There is no denying that for a nation as small as Jamaica, with a population of just 2.7 million, the country’s rich musical legacy has had a colossal impact on the international stage—South Florida Caribbean News reports.
Over the last 50 years, Jamaica’s music has evolved into an international phenomenon – a movement that has garnered worldwide acceptance and praise, through the talents and work of musical greats, such as Bob Marley, Jimmy Cliff, Toots Hibbert, Ziggy Marley and Shaggy.
“It is our music in the last 50 years that is our greatest calling card, and potentially among our top income earners,” says Director/Curator, Jamaica Music Museum at the Institute of Jamaica, Mr. Herbie Miller.
It all began with the musical phenomenon known as Ska – the sound that echoed the birth of a nation. This was the monotonic beats of a quick paced, tantalising rhythm, fused with Rhythm and Blues undercurrents.
This musical revolution, born out of the slums of Kingston’s inner cities, is considered the first known sound of authentic Jamaican music.
Songs like, ‘Forward March’ by Ska legend, Derrick Morgan, released in 1962, appropriately became the soundtrack to Jamaica’s Independence from British rule in that same year.
“Gather together, be brothers and sisters. We’re independent! Join hands to hands, children started to dance. We’re independent!” sang the Clarendon native, on the track which still resonates with Jamaicans today.
It was a unique Jamaican sound, a twist between authentic Jamaican melodies and the beats of the American music form, Rhythm and Blues. The music spoke to a nation and a people, who would now direct their own paths, and forge their own destiny.
“Coming just before Independence in 1962 and extending beyond, the Ska was a launching pad for one of the most creative periods of Jamaican music,” writes former Prime Minister, the Most Hon. Edward Seaga, in his article, ‘The Origins of Jamaican Popular Music’.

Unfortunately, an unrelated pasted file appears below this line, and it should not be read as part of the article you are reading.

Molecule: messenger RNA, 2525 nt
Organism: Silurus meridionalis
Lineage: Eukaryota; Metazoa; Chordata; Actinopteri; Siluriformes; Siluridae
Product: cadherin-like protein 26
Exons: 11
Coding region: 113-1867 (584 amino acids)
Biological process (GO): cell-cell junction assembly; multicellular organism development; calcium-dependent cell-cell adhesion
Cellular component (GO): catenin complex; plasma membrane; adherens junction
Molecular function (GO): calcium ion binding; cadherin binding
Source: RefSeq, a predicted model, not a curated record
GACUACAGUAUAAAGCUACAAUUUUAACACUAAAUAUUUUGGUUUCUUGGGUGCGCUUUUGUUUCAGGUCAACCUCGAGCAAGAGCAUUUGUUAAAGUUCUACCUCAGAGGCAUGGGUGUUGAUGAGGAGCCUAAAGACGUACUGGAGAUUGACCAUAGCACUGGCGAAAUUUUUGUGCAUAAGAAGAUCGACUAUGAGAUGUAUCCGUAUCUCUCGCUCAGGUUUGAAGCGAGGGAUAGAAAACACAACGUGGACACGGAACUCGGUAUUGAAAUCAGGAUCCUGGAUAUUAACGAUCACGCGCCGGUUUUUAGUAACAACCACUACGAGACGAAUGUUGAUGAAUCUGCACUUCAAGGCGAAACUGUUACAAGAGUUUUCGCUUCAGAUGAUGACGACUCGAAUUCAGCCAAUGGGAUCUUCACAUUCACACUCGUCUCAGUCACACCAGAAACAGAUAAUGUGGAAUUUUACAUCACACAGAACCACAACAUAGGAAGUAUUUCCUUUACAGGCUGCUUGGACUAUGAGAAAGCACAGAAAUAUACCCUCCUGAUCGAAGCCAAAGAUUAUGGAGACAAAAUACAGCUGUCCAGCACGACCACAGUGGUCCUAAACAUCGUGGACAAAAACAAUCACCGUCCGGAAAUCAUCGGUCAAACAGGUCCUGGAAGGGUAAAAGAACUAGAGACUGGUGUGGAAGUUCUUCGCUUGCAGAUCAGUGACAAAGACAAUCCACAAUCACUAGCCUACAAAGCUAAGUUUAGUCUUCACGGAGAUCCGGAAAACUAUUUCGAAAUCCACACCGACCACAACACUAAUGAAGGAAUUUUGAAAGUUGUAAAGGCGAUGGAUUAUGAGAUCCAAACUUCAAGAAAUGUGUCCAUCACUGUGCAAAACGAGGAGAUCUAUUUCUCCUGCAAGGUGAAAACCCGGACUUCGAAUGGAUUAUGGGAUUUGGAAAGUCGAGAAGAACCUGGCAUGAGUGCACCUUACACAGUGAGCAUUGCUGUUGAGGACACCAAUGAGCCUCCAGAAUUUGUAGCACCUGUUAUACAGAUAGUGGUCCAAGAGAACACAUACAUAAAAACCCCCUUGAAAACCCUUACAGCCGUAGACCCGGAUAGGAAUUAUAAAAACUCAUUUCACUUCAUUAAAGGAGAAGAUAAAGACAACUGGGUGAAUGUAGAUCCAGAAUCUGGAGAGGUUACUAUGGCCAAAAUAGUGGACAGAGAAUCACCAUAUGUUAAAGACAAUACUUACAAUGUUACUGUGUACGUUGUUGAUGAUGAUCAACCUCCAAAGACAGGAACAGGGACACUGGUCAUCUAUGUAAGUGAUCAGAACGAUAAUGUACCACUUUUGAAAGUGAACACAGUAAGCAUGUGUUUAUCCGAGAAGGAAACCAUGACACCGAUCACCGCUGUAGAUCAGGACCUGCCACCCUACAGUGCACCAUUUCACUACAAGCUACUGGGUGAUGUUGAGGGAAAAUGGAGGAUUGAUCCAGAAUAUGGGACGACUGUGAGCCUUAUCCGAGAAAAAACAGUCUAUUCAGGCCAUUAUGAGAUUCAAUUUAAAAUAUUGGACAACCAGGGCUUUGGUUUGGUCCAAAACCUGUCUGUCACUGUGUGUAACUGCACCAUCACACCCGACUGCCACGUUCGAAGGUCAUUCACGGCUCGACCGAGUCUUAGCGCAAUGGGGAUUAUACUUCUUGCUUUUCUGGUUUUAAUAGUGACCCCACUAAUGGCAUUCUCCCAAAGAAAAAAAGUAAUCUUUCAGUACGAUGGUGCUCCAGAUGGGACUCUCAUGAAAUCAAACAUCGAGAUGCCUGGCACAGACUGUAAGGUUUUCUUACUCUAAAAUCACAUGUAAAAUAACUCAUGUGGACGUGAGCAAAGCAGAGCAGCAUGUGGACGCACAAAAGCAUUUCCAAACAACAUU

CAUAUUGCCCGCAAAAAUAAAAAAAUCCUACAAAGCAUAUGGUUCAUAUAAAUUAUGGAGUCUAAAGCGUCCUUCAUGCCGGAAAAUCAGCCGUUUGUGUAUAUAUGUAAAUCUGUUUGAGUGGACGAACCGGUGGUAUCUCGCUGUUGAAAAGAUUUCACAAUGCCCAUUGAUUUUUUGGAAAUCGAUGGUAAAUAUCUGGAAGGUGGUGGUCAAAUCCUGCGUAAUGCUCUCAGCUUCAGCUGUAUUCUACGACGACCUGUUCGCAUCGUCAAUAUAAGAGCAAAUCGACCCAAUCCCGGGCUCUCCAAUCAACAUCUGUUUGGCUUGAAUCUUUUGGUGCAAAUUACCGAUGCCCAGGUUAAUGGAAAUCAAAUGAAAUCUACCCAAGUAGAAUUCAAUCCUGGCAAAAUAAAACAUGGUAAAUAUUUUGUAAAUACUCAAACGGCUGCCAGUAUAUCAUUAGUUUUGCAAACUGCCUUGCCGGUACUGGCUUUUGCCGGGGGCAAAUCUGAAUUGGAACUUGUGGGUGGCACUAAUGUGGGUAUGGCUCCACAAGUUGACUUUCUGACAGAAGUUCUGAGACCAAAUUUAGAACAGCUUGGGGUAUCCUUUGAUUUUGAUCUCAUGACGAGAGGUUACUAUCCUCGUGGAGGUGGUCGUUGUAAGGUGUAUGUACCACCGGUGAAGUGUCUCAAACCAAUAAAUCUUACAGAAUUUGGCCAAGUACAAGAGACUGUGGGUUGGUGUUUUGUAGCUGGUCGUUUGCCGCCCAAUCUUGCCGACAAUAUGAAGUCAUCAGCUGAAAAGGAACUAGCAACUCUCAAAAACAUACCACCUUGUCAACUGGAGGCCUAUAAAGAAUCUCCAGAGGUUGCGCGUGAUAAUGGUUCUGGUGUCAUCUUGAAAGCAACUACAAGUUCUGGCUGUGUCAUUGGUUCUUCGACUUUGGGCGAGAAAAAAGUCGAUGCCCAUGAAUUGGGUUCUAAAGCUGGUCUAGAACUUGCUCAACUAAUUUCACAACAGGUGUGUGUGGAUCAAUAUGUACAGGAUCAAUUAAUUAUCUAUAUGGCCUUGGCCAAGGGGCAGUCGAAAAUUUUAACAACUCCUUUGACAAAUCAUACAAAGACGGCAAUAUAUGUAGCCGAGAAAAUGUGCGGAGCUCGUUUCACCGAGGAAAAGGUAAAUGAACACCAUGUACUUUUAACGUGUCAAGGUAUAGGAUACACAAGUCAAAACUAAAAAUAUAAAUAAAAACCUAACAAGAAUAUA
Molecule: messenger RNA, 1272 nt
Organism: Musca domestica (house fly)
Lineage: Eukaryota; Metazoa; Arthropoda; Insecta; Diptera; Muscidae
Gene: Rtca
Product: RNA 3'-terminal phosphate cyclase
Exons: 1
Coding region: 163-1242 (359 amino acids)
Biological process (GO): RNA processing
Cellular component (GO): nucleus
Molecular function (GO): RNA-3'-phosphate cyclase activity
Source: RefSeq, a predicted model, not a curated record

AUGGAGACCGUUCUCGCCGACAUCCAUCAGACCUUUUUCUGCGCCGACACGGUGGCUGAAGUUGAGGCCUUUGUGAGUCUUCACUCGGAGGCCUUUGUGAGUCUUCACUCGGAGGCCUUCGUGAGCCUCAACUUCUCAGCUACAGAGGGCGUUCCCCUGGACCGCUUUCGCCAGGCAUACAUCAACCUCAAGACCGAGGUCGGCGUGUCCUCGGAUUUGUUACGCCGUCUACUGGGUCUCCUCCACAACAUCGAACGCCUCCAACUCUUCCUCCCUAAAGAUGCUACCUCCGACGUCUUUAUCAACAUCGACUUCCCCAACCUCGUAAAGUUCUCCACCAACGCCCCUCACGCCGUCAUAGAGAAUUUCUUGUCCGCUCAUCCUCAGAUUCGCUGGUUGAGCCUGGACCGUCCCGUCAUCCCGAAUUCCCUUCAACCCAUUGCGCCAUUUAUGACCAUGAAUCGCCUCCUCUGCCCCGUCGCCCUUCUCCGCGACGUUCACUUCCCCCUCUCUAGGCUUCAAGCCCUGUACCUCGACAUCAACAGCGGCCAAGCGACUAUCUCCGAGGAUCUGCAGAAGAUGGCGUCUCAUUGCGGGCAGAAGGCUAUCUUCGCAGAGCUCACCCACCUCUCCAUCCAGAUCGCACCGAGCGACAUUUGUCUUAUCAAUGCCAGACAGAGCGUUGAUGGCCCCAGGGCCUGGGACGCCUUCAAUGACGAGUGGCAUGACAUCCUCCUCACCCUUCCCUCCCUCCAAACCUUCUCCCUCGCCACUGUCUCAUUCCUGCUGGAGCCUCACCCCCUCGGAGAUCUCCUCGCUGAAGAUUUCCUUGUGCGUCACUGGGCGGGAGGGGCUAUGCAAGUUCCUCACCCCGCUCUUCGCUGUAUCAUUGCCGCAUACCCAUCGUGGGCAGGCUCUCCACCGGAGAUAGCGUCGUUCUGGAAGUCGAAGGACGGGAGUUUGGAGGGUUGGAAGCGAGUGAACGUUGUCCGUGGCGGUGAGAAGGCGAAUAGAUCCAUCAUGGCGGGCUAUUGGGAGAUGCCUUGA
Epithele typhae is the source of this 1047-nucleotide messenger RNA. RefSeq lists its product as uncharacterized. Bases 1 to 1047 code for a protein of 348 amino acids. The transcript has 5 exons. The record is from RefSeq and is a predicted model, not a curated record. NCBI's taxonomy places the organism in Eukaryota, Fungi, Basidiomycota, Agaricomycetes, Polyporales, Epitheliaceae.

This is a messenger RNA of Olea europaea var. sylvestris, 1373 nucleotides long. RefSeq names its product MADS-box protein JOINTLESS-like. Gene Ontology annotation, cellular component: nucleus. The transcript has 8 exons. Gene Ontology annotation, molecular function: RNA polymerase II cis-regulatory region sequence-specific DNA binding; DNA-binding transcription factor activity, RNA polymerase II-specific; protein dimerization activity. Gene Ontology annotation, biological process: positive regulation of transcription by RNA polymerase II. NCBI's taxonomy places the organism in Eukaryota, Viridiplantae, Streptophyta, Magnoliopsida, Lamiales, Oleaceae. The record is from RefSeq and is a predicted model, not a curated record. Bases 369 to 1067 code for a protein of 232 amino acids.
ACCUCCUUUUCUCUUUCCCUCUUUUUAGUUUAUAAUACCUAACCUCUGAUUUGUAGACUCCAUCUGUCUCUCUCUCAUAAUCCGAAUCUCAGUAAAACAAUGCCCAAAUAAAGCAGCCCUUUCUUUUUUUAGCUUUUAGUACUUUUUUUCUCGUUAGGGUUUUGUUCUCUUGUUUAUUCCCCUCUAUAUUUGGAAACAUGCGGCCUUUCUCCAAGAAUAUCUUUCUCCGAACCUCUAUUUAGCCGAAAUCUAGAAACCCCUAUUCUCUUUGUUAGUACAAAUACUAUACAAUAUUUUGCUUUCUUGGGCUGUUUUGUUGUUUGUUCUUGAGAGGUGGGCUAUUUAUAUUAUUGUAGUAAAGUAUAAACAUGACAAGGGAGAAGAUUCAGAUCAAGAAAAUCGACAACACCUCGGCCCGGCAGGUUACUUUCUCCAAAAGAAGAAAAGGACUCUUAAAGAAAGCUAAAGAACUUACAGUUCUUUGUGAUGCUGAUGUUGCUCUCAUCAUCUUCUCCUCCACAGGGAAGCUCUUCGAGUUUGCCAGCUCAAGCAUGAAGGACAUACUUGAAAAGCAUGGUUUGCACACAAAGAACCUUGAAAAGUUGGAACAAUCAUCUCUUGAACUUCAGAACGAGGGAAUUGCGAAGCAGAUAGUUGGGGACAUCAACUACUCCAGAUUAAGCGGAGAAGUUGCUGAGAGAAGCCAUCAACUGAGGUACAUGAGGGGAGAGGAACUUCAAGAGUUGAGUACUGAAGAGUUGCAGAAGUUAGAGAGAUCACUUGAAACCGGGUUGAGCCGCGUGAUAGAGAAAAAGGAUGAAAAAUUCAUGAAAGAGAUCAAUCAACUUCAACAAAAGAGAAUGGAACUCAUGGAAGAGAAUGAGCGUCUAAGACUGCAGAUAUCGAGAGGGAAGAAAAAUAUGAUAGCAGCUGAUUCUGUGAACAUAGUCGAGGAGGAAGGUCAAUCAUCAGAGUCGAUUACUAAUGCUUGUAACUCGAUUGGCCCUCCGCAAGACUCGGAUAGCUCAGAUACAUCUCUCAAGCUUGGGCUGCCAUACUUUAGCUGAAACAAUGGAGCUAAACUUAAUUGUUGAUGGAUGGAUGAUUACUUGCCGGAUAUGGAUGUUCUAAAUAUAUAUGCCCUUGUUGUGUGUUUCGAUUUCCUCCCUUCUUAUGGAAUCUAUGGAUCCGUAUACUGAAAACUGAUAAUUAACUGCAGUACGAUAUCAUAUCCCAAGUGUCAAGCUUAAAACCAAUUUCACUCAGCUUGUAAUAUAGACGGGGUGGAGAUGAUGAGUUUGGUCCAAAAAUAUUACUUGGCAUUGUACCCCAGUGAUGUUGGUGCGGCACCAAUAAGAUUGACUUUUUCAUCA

“New composers, new songs, new performers emerged as if all this talent had been in a cupboard just waiting for the door to be opened,” he adds.
Mr. Seaga informs that in just a couple of years, Ska not only became the dominant music in the country, but had begun to penetrate the international market, reaching many thousands of Jamaicans who had migrated to England in the previous decade.
This spawned Jamaica’s first international hit in 1964 in the form of the song, ‘My Boy Lollipop’ by Millie Small, which was produced by Chris Blackwell.
“From there on, a series of Jamaican hits followed in England, where the Ska was known as the Blue Beat,” writes Mr. Seaga.
Also in the 1960s, the renowned Studio One, created by the late Clement ‘Sir Coxsone’ Dodd, would become Jamaica’s ‘Motown’, where all the musical greats would get a chance to record. It was the first recording studio in Jamaica to be owned by a black man.
Many, including musical legends, Toots and the Maytals, Bob Marley and the Wailers, Prince Buster, the Skatalites and Theophilus Beckford, got their start recording at the studio, paving the way for what would become Jamaica’s rich, musical legacy.
Ska would later give way to Rock Steady, which emerged in 1967. This later evolved into Reggae – the flag bearer of Jamaican music – a musical force that has undoubtedly taken the world by storm. Reggae could easily be regarded as Jamaica’s most recognisable and influential musical form on the international stage.
Mr. Seaga writes that, “in everyday reference, particularly abroad, reggae became a generic term for all Jamaican music, the sound of Jamaica.”
The formidable force of Dub/DJ/Dancehall followed Reggae, which also revolutionised Jamaica’s musical landscape. Dancehall became more than music. It evolved into a lifestyle, with its own forms of dress, dance, social norms and even speech.
Today, Jamaica’s music has developed into a global movement, becoming probably the single most influential aspect of Jamaican culture.